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Employers’ Liability Insurance Bureau Bill

Volume 505: debated on Friday 5 February 2010

Second Reading

I beg to move, That the Bill be now read a Second time.

This Bill relates to another aspect of an issue that we just explored. I took some comfort from what the Justice Minister, my right hon. Friend the Member for North Swindon (Mr. Wills) said in response to the previous debate, because legislation is starting to go in the same direction as the Government. The Bill is about resolving a real problem that arises particularly but not exclusively in asbestos cases.

Since 1969, employers have been compulsorily required to take out insurance against injury and disease for their employees—the Employers’ Liability (Compulsory Insurance) Act 1969. I have not checked but I vaguely recall from my days in practice that that legislation began as a private Member’s Bill, too. One problem is that a small number of employers, despite that legal requirement, do not take out insurance. A bigger problem is when employers have insurance, go out of business and, decades later, an employee finds that they have contracted an industrial disease, such as mesothelioma, and needs to claim compensation. The real problem is trying to track back to find out who the employer was and, more importantly, who the employer’s insurers were at the time. That is a difficult, time-consuming and, ultimately in many cases, fruitless task. My Bill tries to provide an answer: an insurer of last resort.

If people are injured in a road accident involving a hit-and-run or uninsured driver, the insurer of last resort is the Motor Insurers’ Bureau. It has been around since the 1940s and was introduced when the then Government said to the motor insurance industry, “Unless you get your house in order and produce your own insurer of last resort arrangements, we will legislate to do so.” It is now a requirement under European Union law to introduce a system to compensate victims of uninsured motorists. However, there is no similar provision for victims of uninsured employers or employers whose insurance company has disappeared, if it ever existed in the first place. My Bill therefore tries to plug that gap.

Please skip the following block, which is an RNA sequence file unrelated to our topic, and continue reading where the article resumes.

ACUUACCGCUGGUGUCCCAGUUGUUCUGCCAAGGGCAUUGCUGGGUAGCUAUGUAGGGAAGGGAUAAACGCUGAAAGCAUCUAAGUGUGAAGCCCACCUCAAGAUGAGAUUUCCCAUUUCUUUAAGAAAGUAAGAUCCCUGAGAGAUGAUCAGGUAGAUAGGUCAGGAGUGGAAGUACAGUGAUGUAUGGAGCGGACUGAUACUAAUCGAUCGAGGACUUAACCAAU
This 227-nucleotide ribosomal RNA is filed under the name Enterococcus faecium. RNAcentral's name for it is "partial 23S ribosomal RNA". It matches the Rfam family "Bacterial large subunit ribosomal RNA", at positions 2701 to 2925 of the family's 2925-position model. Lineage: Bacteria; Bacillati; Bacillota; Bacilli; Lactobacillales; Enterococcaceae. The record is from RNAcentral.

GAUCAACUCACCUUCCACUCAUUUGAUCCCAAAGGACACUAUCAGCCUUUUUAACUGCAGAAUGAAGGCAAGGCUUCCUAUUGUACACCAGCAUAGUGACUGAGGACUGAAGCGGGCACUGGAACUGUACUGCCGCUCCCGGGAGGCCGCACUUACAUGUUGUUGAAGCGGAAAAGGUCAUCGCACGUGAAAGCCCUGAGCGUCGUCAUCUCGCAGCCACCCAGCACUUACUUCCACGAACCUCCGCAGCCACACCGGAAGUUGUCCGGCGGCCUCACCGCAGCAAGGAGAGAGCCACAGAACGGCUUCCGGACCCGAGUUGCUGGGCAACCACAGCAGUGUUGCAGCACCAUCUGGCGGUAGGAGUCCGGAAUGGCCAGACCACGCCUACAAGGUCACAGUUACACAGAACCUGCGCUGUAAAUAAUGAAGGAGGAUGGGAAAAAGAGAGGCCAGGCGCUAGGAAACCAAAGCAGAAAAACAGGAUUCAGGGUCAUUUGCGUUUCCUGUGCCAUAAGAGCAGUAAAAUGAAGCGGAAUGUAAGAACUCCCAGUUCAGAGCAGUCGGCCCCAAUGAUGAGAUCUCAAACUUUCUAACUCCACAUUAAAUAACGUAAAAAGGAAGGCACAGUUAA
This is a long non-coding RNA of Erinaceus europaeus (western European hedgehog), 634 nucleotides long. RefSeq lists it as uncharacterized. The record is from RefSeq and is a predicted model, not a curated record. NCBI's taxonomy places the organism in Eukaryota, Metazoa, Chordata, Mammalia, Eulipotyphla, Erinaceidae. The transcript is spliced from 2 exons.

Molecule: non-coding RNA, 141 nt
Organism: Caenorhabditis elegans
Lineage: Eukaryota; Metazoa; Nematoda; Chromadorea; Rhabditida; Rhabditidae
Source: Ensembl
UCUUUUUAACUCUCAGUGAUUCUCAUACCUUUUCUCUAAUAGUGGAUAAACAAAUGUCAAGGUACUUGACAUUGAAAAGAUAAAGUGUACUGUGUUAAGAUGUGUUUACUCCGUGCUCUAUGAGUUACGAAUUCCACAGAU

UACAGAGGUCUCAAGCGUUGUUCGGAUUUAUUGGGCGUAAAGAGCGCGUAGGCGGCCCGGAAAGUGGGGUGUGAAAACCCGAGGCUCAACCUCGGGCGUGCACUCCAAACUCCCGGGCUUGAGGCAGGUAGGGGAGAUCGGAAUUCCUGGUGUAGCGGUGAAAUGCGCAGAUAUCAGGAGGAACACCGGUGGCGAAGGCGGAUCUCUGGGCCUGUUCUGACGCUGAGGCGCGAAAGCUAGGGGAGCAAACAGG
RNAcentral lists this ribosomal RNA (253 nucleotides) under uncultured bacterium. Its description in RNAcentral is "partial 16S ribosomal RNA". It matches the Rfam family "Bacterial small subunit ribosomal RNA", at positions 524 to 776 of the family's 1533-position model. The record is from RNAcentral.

I proposed the Bill last year in exactly the same terms; I am a persistent chap, as everybody knows. It took eight attempts to get the Crown Employment (Nationality) Bill through, and now it is part of the Constitutional Reform and Governance Bill. We have just seen a second attempt at the pleural plaques Bill, and this is my second attempt with this Bill, although I do not suspect that we will get very far with it today.

Last year the Government indicated that they were not sympathetic to the Bill, but I understand from my right hon. Friend’s earlier comments in response to the pleural plaques debate that they now look more sympathetically on the issue. Indeed, I have discussed it with my noble. Friend Lord McKenzie, a Minister in the Department for Work and Pensions, who suggested that the Government were now looking more favourably at it; and I hope that before long we will see Government consultation on how such a scheme might be established.

The proposal is relatively straightforward; it is based on the Motor Insurers’ Bureau arrangement; and it will provide a compensation regime when an employer has become insolvent and has no employers’ liability insurance, when the insurer cannot be traced, or for any employer—

The Deputy Speaker interrupted the business (Standing Order No. 11(2)).

Bill to be read a Second time on Friday 26 February.